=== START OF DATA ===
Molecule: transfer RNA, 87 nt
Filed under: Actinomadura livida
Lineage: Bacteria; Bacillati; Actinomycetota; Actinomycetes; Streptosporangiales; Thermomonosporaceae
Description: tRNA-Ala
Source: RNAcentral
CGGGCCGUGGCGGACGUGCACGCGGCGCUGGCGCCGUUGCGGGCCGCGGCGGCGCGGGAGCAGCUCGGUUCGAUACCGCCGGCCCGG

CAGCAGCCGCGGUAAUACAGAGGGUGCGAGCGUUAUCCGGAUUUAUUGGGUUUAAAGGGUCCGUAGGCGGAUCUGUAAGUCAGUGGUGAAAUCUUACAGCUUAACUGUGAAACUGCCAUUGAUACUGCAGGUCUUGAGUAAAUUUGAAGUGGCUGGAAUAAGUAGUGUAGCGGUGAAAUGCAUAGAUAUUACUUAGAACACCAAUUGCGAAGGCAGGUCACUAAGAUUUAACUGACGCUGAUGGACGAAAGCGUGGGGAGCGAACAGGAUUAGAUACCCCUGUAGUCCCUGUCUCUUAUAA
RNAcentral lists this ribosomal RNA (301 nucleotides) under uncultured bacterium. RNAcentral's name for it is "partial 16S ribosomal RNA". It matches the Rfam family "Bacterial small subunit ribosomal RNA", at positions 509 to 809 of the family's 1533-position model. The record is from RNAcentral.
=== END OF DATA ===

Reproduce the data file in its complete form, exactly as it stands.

Molecule: transfer RNA, 87 nt
Filed under: Actinomadura livida
Lineage: Bacteria; Bacillati; Actinomycetota; Actinomycetes; Streptosporangiales; Thermomonosporaceae
Description: tRNA-Ala
Source: RNAcentral
CGGGCCGUGGCGGACGUGCACGCGGCGCUGGCGCCGUUGCGGGCCGCGGCGGCGCGGGAGCAGCUCGGUUCGAUACCGCCGGCCCGG

CAGCAGCCGCGGUAAUACAGAGGGUGCGAGCGUUAUCCGGAUUUAUUGGGUUUAAAGGGUCCGUAGGCGGAUCUGUAAGUCAGUGGUGAAAUCUUACAGCUUAACUGUGAAACUGCCAUUGAUACUGCAGGUCUUGAGUAAAUUUGAAGUGGCUGGAAUAAGUAGUGUAGCGGUGAAAUGCAUAGAUAUUACUUAGAACACCAAUUGCGAAGGCAGGUCACUAAGAUUUAACUGACGCUGAUGGACGAAAGCGUGGGGAGCGAACAGGAUUAGAUACCCCUGUAGUCCCUGUCUCUUAUAA
RNAcentral lists this ribosomal RNA (301 nucleotides) under uncultured bacterium. RNAcentral's name for it is "partial 16S ribosomal RNA". It matches the Rfam family "Bacterial small subunit ribosomal RNA", at positions 509 to 809 of the family's 1533-position model. The record is from RNAcentral.